Posted on November 5, 2020

Three Reasons Biden Flipped the Midwest

Tim Alberta, Politico, November 4, 2020


Joe Biden has not yet been declared the winner in his campaign against President Donald Trump. {snip}

But while it’s too early to name a winner, it’s certainly not too early to examine some key results in the places that denied Democrats the presidency four years ago—and that now stand ready to make Biden the 46th president of the United States.


Here are three reasons Democrats are poised to sweep the three critical Midwestern battleground states and win back the White House.

1) Biden kept Trump from running up the score with working-class whites

No single location has received more political attention this year than Scranton, Pennsylvania. It’s Biden’s birthplace, a city that’s integral to his brand as a scrappy, middle-class, train-riding everyman. It’s also an ancestral Democratic stronghold: Scranton, and surrounding Lackawanna County, is the embodiment of the old school, labor-anchored Democratic coalition. {snip}

In every campaign spanning Reagan’s reelection in 1984 and Barack Obama’s reelection in 2012, Democrats carried Lackawanna County by comfortable (and sometimes huge) spreads. And then Trump came along. He didn’t win the county, but he closed the gap, from a 27-point Democratic victory in 2012 to just a 3-point victory in 2016. {snip}

Trump entered his reelection bid with every confidence that he would perform even better in Lackawanna County this year. His team envisioned adding another 5 points or so to his 2016 showing, officially flipping the county and eating further into the Democratic Party’s dwindling base of white working-class supporters.

But the opposite happened. Biden won Lackawanna County by 8 points. Instead of gaining 5 points on his 2016 performance, the president lost 5 points.


It’s easy to chalk up these specific results to Biden benefiting from a home-field advantage. But that would fail to explain what happened in Macomb County.


Home to the fabled “Reagan Democrats” of the 1980s, Macomb has drifted steadily rightward over the past three presidential elections. Democrats carried it by nearly 9 points in 2008 and by 4 points in 2012, only to watch Trump dominate the county with a 12-point win in 2016. {snip}


Trump won Macomb County by 8 points, losing 4 points off his 2016 total. This was arguably the most surprising result in Michigan, and it was highly symbolic to boot: The president’s failure to match or exceed his 2016 performance, in a county tailor-made to his politics, was part of a broader letdown in his efforts to juice white working-class votes across the board.

2) Biden peeled away Trump’s support in conservative suburbs


3) Biden got Black voters to turn out in big numbers

Some things in politics are pretty straightforward. This is one of those things: Clinton lost to Trump because she did not mobilize Black voters.

This was true across the battleground map. But it was especially conspicuous in the three determinative Midwestern states, not only because of their photo-finish results but because of the sizable Black populations in the biggest cities of Wisconsin, Michigan and Pennsylvania.

Let’s start with Milwaukee and surrounding Milwaukee County, home to the biggest share of Black voters in Wisconsin. In 2012, Barack Obama won roughly 328,000 votes in Milwaukee County. Four years later, Clinton won fewer than 289,000 votes in Milwaukee County. The challenge for Biden wasn’t necessarily to get all the way back to that Obama 2012 number; rather, at the bare minimum, it was to split the difference between these figures. He did that and then some: With all the votes counted, more than 317,000 people in Milwaukee County voted for the Democratic ticket, and Biden needed every single one of them.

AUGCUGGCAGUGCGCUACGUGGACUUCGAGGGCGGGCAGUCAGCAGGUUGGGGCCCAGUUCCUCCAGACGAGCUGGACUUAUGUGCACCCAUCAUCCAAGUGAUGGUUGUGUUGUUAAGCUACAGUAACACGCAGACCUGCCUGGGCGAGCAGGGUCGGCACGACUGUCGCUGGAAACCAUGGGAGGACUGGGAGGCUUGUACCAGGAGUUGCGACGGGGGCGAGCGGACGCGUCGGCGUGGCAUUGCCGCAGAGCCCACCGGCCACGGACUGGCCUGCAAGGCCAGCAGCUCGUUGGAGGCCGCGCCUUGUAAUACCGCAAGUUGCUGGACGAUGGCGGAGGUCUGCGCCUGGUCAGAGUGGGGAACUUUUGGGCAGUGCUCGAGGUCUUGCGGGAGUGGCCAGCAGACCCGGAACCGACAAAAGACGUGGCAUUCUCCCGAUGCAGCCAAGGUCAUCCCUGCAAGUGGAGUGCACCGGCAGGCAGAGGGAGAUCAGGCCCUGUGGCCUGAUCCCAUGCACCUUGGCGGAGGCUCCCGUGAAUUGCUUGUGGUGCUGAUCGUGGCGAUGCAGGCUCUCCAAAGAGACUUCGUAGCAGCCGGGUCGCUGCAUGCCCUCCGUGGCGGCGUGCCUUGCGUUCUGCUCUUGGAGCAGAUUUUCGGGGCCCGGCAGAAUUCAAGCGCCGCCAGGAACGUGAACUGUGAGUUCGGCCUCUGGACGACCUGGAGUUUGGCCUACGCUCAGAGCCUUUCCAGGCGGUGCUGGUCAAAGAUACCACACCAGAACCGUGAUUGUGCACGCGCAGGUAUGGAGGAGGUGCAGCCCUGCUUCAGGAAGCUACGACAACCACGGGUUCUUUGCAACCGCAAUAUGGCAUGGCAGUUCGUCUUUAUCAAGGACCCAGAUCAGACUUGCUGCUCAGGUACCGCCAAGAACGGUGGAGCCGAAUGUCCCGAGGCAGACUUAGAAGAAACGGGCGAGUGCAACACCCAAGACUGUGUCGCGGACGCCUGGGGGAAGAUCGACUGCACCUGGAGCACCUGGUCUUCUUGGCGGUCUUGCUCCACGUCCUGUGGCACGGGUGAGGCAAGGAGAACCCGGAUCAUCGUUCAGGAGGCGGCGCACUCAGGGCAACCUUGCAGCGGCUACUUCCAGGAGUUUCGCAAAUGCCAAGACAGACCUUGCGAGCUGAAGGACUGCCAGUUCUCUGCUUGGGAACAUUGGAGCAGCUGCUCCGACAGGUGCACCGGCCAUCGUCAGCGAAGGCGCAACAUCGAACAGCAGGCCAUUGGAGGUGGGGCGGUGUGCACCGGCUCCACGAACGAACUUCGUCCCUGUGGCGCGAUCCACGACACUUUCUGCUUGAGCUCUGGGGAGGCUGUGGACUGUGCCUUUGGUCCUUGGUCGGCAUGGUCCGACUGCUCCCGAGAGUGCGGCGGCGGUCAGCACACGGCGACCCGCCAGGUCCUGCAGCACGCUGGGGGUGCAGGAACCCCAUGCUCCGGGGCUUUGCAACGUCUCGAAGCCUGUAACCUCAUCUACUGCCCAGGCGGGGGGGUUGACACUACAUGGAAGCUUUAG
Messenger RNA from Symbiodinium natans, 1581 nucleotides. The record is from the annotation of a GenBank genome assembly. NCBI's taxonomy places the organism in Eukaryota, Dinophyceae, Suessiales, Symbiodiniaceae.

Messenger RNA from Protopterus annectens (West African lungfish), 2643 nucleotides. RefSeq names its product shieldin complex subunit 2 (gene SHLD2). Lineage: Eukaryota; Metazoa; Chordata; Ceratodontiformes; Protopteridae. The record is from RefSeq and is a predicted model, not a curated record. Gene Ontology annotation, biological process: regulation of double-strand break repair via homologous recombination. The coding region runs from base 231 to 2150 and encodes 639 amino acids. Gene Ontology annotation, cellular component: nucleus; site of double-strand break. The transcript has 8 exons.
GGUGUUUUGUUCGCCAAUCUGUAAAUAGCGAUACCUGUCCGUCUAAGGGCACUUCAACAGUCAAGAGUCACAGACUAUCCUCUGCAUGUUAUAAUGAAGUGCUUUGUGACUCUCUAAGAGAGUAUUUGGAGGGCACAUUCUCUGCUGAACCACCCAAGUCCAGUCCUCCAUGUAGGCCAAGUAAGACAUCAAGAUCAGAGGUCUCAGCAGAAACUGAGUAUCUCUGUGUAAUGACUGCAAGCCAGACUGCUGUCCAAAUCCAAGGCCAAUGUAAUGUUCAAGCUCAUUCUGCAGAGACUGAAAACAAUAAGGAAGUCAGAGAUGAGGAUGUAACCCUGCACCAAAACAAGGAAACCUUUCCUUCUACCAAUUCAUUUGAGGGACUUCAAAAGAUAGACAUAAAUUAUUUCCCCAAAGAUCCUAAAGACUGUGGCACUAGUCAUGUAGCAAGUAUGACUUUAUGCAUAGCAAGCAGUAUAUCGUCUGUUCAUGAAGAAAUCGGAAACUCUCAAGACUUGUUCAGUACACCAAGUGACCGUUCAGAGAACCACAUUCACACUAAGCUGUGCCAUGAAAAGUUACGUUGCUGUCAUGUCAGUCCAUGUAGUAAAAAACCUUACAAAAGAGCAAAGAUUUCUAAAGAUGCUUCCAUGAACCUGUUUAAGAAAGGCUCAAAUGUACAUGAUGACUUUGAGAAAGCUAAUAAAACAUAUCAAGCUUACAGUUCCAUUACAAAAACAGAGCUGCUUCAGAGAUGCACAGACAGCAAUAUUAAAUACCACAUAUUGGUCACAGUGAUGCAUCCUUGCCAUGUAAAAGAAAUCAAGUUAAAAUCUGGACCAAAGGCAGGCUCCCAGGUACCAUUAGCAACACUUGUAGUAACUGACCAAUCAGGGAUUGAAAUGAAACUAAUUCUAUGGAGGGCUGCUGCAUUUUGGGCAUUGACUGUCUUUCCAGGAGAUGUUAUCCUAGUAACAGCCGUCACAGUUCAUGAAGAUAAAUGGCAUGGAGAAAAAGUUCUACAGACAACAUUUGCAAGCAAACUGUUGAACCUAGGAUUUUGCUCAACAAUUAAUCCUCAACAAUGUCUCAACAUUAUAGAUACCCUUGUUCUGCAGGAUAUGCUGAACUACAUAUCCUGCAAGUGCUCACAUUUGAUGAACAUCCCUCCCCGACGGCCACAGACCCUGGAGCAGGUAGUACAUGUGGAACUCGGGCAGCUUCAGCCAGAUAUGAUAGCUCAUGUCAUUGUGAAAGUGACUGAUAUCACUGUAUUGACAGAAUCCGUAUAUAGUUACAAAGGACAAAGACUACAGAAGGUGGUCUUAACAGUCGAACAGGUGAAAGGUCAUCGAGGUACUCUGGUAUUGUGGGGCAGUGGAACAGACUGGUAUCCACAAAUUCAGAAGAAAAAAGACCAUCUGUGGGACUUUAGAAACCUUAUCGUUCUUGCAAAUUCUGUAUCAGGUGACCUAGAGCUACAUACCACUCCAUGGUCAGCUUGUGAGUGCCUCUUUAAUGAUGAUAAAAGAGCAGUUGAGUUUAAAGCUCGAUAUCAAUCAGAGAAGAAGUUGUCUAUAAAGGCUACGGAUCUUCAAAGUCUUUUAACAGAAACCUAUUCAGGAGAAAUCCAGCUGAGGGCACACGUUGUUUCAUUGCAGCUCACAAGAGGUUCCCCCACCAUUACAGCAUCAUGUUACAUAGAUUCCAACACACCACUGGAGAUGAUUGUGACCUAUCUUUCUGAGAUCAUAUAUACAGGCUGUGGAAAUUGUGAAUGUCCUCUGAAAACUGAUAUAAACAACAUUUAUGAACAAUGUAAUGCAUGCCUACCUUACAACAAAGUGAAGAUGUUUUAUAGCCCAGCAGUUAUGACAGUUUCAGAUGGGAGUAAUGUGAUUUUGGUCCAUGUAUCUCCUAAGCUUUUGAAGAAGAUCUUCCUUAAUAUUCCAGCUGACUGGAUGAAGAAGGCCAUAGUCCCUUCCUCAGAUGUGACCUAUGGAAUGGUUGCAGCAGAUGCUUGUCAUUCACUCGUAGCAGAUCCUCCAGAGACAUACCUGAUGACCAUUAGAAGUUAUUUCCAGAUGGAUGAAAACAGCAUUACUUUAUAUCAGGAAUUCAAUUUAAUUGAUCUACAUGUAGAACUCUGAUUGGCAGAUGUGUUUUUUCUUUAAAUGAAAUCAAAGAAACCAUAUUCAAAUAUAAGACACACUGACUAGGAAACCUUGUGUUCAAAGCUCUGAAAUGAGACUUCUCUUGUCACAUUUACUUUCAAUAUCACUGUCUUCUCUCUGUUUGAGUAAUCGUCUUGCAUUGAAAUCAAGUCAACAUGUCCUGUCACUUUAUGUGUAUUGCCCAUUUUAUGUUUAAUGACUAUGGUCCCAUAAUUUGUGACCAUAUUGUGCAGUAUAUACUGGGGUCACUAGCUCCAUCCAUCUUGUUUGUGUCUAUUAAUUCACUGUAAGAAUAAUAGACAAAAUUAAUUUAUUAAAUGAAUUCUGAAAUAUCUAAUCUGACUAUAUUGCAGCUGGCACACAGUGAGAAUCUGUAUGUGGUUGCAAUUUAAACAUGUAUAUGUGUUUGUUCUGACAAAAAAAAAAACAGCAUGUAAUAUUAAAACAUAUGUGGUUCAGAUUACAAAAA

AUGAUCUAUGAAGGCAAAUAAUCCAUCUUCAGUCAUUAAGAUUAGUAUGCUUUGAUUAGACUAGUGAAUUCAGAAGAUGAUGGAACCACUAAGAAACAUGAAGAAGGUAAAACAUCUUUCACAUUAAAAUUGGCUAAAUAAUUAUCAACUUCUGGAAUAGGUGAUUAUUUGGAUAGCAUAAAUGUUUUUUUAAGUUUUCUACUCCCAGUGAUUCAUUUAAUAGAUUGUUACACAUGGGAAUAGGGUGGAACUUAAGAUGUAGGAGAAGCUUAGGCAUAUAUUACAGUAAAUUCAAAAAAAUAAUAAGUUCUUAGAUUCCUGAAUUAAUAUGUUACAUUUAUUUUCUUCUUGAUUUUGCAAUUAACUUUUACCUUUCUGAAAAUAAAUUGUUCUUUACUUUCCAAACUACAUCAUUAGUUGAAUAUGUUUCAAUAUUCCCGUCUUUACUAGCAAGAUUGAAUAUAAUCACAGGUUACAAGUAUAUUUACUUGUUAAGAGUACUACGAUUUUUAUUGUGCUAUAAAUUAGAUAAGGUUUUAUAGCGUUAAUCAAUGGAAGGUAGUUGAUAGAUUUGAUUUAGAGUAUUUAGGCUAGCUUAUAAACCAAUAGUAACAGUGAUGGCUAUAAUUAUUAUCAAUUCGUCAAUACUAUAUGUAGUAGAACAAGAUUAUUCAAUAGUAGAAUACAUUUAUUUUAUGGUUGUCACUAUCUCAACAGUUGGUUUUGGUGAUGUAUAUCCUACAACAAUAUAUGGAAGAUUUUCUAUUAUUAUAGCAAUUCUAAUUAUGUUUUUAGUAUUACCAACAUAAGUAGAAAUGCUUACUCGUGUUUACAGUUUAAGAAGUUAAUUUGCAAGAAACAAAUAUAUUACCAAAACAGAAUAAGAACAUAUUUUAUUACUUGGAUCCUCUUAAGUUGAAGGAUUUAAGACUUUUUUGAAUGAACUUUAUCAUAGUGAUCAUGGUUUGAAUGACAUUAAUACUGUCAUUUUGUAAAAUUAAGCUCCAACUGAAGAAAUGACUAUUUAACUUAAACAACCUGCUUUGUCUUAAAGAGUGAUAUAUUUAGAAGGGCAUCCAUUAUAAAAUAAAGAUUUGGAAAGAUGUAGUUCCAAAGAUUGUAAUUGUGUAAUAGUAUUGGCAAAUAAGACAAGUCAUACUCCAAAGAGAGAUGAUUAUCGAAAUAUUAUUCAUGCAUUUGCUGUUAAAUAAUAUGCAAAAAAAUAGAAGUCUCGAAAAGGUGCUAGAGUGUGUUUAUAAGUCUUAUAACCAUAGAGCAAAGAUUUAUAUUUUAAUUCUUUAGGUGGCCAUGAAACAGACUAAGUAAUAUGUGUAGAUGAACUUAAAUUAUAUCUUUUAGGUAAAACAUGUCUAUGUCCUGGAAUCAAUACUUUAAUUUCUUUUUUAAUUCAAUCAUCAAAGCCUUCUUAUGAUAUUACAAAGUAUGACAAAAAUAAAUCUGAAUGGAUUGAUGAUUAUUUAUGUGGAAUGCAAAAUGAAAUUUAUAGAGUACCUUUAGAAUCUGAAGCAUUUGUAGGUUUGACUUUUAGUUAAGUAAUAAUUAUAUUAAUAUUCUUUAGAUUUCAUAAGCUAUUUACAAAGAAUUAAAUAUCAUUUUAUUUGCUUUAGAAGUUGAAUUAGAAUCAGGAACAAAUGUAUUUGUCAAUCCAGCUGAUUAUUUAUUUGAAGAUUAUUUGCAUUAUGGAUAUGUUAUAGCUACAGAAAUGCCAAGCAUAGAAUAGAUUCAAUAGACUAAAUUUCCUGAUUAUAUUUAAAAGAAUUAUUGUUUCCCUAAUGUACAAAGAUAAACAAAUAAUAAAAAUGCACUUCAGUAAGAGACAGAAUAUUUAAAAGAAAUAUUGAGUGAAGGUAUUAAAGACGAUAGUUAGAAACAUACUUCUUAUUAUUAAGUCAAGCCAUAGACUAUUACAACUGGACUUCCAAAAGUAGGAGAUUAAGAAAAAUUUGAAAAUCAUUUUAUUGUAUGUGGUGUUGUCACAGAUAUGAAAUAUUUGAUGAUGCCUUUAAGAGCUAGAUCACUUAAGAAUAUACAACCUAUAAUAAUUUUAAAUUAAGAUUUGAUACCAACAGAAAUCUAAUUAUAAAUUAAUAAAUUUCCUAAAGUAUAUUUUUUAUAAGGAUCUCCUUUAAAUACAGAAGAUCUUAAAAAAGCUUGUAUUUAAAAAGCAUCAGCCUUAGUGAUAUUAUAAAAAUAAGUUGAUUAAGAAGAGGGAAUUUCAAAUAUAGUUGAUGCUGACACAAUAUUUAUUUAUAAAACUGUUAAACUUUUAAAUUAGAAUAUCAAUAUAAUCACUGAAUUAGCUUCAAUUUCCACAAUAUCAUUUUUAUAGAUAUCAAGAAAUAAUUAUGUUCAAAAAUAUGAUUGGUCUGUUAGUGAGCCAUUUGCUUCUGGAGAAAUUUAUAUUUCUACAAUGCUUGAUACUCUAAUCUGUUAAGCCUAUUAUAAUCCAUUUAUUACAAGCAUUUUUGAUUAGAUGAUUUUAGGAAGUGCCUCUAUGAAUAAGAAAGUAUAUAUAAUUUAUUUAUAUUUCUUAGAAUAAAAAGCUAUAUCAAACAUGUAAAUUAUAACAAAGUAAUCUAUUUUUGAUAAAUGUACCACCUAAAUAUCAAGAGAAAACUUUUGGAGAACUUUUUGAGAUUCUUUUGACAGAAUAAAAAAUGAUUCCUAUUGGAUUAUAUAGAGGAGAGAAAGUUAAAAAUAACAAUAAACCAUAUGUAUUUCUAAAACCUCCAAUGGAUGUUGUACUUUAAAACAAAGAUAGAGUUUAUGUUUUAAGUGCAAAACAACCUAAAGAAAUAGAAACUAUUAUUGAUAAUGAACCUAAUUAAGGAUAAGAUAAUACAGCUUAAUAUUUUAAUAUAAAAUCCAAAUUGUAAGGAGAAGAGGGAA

It was a similar story in Detroit, a city that’s more than 80 percent Black, and surrounding Wayne County. In 2012, Obama won nearly 596,000 votes in Wayne County. Four years later, Clinton won fewer than 520,000. Once again, the question in Michigan—as in Wisconsin—was whether Biden could push that figure somewhere close to that Obama 2012 number, even if it was unrealistic to get all the way there. In fact, Biden got pretty close. With 100 percent of Wayne County’s ballots tabulated, Biden won 587,000 votes there, far surpassing Clinton’s performance from 2016.

Finally, we have Philadelphia, a city with a plurality of Black voters, and surrounding Philadelphia County. The case against Clinton was less cut-and-dried there. In 2012, Obama won some 557,000 votes in Philadelphia County, and Clinton actually passed that mark in 2016, winning 584,000 votes there. That said, a closer examination of precinct-level data revealed that Clinton’s strong turnout came in whiter and wealthier precincts of the county, rather than its working-class and less affluent neighborhoods. Biden’s team knew that he would need both in order to best Trump in 2020. While there’s still a ways to go in the counting, it appears Biden will blow past both the Obama 2012 and Clinton 2016 numbers in Philadelphia County: He has already banked 477,000 votes, and with hundreds of thousands of votes from the area still outstanding, he figures to get well into the 600,000-vote range once all is said and done.

Using only the biggest cities and counties gives an incomplete window into Black voter turnout, but the numbers track with smaller Black-majority areas as well. In Flint, Michigan, for example, and surrounding Genesee County, Democrats went from winning nearly 129,000 votes in 2012 to some 103,000 votes in 2016. This year? Biden topped 120,000 votes in the county.